Pain serves a protective role that alerts an individual to injury from the environment or from within. Based on what is known to date, all vertebrates, and some invertebrates, experience pain in response to actual or potential tissue damage. Many different types of pain are encountered, with the most common being acute, chronic, cancer, and neuropathic pain. Acute pain is the normal, predicted physiologic response to an adverse chemical, thermal, or mechanical stimulus. It may also be the initiation phase of an extensive, persistent nociceptive and behavioral cascade triggered by tissue injury. Acute pain generally improves within the first 3 days after an event such as surgery but may persist for weeks or months. Chronic pain may be defined as pain that persists longer than the expected time for tissue healing or pain associated with progressive nonmalignant disease (such as osteoarthritis). Cancer pain refers to pain that is the result of primary tumor growth, metastatic disease, or the toxic effects of chemotherapy and radiation. Neuropathic pain refers to a persistent syndrome resulting from damage to a peripheral nerve, dorsal root ganglion or dorsal root, or the CNS. Neuropathic pain is recognized in veterinary medicine much less often than in human medicine. It is not clear whether this represents a lower incidence or a deficiency in our ability to recognize such pain.
For an animal to experience pain, nociceptive information must be sent to higher centers in the CNS to be integrated, modulated, and interpreted into the conscious perception of pain. Noxious stimuli (heat, cold, mechanical, chemical) activate free sensory nerve endings known as nociceptors. A-δ and C-fibers transmit sensory information from nociceptors to the dorsal horn of the spinal cord, which directs and modulates input from the periphery and higher centers. Nociceptive information arriving in the dorsal horn of the spinal cord may activate motor neurons responsible for the reflex responses to noxious stimuli (such as withdrawing a limb). Importantly, nociceptive sensory input may be amplified or inhibited by spinal interneurons and glial cells.
Sensory information is relayed to higher centers in the CNS along a variety of pathways that differ according to species. In general, nociceptive information ascends the spinal cord along superficial and deep pathways to the brain stem with connections to the thalamus, reticular formation (responsible for level of arousal), and limbic system (responsible for emotions). From these areas of the brain, nociceptive information is relayed to the cortex where it is perceived as pain. Activity in spinal nociceptive pathways is strongly influenced by descending antinociceptive systems that originate in the brain stem. Endogenous antinociceptive neurotransmitters (eg, endorphin, enkephalin, dynorphin, serotonin, and norepinephrine) inhibit the transmission of nociceptive information in the spinal cord and brain.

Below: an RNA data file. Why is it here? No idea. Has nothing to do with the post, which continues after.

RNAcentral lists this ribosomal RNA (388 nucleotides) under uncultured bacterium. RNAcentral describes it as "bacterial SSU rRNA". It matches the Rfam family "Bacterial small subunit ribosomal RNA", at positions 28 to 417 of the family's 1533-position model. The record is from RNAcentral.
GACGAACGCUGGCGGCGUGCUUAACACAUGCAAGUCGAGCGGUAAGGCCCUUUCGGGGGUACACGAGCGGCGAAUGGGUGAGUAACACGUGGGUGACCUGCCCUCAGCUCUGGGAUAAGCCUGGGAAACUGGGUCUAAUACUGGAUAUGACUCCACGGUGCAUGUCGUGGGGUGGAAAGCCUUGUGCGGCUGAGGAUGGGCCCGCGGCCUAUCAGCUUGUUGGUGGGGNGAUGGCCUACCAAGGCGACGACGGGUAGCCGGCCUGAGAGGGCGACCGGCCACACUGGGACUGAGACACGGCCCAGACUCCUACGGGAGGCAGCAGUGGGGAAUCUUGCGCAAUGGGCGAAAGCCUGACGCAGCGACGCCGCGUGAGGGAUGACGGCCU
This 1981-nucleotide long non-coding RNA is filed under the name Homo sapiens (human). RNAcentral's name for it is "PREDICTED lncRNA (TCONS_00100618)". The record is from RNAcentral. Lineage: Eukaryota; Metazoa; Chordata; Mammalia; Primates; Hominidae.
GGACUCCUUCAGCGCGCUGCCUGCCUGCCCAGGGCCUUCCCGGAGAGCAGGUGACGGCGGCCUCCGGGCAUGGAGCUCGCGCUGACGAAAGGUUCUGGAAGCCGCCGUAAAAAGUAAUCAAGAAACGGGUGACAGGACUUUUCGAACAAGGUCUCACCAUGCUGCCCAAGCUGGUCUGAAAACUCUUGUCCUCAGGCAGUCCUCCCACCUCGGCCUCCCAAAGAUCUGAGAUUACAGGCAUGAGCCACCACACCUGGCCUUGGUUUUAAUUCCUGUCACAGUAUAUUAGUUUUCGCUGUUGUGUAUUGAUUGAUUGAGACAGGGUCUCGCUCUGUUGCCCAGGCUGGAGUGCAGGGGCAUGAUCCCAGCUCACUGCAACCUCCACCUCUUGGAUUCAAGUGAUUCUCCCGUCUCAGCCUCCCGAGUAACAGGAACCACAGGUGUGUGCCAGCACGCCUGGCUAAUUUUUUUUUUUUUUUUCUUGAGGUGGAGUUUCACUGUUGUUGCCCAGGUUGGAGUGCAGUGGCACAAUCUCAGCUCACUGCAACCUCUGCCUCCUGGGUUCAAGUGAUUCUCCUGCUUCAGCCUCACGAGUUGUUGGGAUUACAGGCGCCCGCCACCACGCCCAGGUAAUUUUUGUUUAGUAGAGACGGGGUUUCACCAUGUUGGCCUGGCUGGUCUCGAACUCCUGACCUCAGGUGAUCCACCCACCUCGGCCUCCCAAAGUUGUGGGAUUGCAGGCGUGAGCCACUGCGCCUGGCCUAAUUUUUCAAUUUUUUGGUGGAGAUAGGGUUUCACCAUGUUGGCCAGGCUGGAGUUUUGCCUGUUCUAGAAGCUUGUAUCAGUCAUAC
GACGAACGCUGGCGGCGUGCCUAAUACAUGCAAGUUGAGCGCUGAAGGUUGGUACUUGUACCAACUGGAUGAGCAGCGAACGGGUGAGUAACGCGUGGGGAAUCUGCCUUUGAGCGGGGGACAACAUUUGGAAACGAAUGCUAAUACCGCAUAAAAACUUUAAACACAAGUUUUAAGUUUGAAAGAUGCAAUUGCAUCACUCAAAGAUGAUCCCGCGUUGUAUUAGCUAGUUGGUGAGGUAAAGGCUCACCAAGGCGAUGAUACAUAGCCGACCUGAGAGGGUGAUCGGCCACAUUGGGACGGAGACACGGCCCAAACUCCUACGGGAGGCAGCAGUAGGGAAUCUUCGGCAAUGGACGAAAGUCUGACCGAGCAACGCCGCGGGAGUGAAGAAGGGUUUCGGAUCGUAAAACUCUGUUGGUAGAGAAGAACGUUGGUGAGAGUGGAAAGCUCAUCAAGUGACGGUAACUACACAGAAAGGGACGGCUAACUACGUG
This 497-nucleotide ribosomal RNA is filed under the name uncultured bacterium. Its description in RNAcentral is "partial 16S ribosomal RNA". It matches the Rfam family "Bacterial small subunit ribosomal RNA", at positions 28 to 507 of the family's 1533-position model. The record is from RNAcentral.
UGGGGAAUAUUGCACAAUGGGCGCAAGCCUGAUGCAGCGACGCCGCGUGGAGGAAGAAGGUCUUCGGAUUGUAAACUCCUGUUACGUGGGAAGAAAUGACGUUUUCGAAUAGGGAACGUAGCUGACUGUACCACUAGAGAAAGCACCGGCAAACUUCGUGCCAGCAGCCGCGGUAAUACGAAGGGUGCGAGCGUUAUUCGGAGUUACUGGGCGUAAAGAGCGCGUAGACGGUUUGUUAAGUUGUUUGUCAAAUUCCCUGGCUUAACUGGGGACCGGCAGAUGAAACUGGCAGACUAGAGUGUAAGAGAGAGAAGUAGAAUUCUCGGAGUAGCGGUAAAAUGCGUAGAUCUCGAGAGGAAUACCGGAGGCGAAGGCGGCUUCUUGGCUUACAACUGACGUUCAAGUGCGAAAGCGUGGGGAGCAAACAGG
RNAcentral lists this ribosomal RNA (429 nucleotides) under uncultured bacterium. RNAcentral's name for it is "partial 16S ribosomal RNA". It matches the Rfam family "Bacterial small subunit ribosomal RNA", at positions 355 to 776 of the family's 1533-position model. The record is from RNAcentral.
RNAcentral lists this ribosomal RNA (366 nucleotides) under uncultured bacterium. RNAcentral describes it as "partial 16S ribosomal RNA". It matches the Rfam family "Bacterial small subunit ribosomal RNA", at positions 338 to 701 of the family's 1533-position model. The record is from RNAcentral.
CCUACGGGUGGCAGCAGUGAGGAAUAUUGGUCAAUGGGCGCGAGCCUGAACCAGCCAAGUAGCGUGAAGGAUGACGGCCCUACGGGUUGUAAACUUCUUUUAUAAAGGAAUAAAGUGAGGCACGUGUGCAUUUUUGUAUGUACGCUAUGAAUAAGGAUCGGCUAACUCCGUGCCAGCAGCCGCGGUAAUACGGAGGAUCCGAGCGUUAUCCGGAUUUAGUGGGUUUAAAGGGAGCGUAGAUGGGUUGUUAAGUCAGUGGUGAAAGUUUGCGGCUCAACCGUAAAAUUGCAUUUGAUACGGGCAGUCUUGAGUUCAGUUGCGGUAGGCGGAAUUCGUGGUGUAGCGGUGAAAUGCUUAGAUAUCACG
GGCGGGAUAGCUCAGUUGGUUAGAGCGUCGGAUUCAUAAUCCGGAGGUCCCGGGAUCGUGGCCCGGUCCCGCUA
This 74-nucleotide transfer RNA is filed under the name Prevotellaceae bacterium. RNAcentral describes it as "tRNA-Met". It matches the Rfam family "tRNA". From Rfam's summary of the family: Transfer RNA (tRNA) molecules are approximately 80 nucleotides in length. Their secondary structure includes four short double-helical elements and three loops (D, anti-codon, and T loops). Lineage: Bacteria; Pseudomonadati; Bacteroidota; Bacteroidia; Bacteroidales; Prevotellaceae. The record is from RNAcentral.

The neuroanatomic components of the nociceptive/pain pathways and pain-suppressing systems can change in response to sustained sensory input. Peripheral sensitization of nociceptors and central sensitization of nociceptive pathways in the dorsal horn, spinal cord, and brain can develop as a result of extensive tissue trauma or nerve injury. The process of peripheral and central sensitization has been termed “wind-up” and refers to the neuroanatomic changes (plasticity) that result in heightened or exaggerated pain states. Additionally, these exaggerated pain states often do not respond to conventional analgesic therapy. Thus, changes in the CNS in response to repeated and sustained nociceptive input (ie, pain) complicate the clinical management of pain.
Last full review/revision July 2011 by Peter W. Hellyer, DVM, MS, DACVA; Patrice M. Mich, DVM, MS, DABVP (Canine/Feline), DACVA